To be honest I came to the subject by seeing a documentary about George Sand; but got intrigued by the Second Republic, which I always have a bit neglected as they said that it was short living and wasn't of great importance to the general history. A bit as the short life of the United States of Belgium, which lived only one year before it got crushed by the Prussians...that French Republic however has hold it if I have understood it right for some four years...https://en.wikipedia.org/wiki/French_Second_Republic
I put the French wiki in addition for those who understand French because the English wiki is a bit short and not in depth. I use for my research also the French one, to better understand the circumstances.https://fr.wikipedia.org/wiki/Deuxi%C3%A8me_R%C3%A9publique_(France)
One of the important persons in that republic was a writer Alphonse de Lamartine. He read even the declaration of the Republic in front of the population, he became minister of foreign affairs and was also éminence grise to the president, but when he later tried to get elected he had not enough population support especially against the populist Napoléon, the later Napoléon III after his coup d'état, becuase he was too much for peace and négociations...Even a Duke of Wellington commented from Britain that the French needed a hard hand as from a Napoléon...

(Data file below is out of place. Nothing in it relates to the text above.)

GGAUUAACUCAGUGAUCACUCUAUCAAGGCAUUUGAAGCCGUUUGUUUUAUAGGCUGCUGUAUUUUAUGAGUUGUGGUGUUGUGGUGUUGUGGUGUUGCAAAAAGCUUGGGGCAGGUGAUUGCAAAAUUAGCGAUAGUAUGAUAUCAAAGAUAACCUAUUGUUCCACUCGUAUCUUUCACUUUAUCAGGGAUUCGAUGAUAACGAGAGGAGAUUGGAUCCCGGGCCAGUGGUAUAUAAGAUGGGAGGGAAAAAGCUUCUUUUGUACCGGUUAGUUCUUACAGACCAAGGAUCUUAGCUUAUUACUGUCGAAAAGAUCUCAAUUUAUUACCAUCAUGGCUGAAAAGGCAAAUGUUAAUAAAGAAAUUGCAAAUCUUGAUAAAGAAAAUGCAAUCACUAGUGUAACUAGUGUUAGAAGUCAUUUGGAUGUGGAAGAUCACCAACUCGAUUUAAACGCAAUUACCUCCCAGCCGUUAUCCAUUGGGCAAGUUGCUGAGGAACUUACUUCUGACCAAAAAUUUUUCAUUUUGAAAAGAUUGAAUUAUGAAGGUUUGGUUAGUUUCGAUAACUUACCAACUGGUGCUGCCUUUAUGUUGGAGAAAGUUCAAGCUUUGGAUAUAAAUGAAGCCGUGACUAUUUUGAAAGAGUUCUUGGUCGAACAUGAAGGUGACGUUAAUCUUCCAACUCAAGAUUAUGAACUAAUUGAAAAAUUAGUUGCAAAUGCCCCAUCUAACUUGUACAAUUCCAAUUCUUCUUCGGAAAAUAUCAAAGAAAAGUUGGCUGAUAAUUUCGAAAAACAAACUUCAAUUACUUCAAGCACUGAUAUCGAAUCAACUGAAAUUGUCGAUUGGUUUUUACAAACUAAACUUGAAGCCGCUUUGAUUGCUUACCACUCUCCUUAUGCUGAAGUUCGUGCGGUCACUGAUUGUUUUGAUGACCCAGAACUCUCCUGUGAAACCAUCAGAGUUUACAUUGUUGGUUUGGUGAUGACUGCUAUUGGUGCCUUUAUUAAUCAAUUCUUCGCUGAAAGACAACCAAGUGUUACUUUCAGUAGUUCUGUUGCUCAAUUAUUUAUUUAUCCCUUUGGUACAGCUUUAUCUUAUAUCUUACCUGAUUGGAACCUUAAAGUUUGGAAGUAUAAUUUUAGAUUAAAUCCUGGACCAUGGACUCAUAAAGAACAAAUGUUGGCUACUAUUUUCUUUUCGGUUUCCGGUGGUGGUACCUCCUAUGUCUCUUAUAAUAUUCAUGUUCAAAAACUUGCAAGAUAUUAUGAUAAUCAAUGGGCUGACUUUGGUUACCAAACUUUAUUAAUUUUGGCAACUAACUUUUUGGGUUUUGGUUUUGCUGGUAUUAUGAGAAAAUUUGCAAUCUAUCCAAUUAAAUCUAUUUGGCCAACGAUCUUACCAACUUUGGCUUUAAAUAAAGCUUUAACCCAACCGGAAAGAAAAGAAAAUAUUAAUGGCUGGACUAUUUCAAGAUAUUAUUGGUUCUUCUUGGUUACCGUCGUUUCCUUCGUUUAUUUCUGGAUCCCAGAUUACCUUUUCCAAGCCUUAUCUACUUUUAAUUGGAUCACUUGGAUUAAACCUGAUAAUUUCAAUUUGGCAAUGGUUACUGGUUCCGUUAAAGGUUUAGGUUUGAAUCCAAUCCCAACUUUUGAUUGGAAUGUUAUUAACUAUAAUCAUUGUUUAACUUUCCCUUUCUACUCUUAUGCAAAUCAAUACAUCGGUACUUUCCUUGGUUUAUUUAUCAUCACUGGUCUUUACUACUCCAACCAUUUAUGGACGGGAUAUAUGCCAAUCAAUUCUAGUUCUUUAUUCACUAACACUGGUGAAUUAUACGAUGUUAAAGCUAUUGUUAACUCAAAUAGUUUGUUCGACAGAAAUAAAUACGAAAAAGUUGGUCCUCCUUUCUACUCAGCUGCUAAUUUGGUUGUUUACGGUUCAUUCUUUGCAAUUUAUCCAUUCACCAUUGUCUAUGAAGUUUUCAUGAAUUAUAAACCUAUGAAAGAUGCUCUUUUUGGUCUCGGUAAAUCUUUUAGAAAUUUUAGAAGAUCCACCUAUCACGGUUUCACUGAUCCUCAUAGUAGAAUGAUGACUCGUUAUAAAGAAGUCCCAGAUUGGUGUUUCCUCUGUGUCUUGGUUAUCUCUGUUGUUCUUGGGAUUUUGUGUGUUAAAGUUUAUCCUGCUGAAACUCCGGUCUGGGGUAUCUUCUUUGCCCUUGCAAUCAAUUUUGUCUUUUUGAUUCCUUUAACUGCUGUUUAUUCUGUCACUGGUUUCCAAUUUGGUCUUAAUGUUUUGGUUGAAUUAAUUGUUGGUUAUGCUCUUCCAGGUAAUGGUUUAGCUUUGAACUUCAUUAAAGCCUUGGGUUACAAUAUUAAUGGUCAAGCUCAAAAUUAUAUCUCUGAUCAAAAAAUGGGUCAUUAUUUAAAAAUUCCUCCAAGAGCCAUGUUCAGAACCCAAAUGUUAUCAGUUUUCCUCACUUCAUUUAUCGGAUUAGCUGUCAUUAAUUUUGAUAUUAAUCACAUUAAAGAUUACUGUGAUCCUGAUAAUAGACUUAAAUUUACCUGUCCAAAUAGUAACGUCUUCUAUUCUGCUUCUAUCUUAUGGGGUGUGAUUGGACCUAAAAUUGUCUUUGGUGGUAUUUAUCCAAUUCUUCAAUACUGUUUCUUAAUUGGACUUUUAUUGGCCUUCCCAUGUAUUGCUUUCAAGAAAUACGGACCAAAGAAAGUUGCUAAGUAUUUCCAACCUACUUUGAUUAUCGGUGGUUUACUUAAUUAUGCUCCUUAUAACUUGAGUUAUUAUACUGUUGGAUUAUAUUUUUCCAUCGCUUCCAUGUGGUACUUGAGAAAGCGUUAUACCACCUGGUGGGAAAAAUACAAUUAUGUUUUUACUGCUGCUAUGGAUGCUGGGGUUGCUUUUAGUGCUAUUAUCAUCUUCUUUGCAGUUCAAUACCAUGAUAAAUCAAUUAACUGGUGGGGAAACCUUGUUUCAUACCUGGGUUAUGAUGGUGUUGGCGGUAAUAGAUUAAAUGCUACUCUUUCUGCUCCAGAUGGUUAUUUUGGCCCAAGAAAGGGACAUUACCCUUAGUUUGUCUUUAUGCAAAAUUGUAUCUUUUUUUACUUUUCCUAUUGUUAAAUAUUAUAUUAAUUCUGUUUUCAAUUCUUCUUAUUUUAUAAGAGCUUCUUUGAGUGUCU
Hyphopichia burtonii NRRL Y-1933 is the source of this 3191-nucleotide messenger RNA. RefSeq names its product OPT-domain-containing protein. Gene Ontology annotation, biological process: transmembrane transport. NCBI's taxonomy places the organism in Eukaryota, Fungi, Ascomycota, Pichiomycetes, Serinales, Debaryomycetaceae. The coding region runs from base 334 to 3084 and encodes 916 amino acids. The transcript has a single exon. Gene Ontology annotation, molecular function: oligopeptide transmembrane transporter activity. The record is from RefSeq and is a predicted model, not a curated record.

As I commented above about the French language wiki, here I give the two too for the same reasons. https://en.wikipedia.org/wiki/Alphonse_de_Lamartinehttps://fr.wikipedia.org/wiki/Alphonse_de_Lamartine
As I understand it the republic failed because of the tensions between the several factions but essentially because of the claims of the Socialists, where there were also utopian Socialists as with the abolition of the right of property...but in other matters they were precursors as for the universal voting rights and especially by George Sand: the feminism?
About George Sand and her social(ist) engagement, which was in my opinion a bit "complex" to say the best...after Napoléon III became a quasi dictator, she pleaded for several condamned by the new regime for the softening of their punishments. But on the other side she supported the crushing of the movement of the Commune of Paris in 1870...An evolution of political thoughts...?https://en.wikipedia.org/wiki/George_Sandhttps://fr.wikipedia.org/wiki/George_Sand
In another message I will ask the contributors, what their opinion is about the precursors of the Socialists in Britain and Socialism in general in that time in Britain. Also if George Sand wasn't the first suffragette even before the British ones?
Also about the promises incorporated in the Second Republic, which were sadly brought down again by Napoléon III...business as usual in the great traditions of the European nationalisms of that time...
Is it an impression of me that France was always a laboratory for new tendencies...? Or was it indeed Britain?
Kind regards, Paul.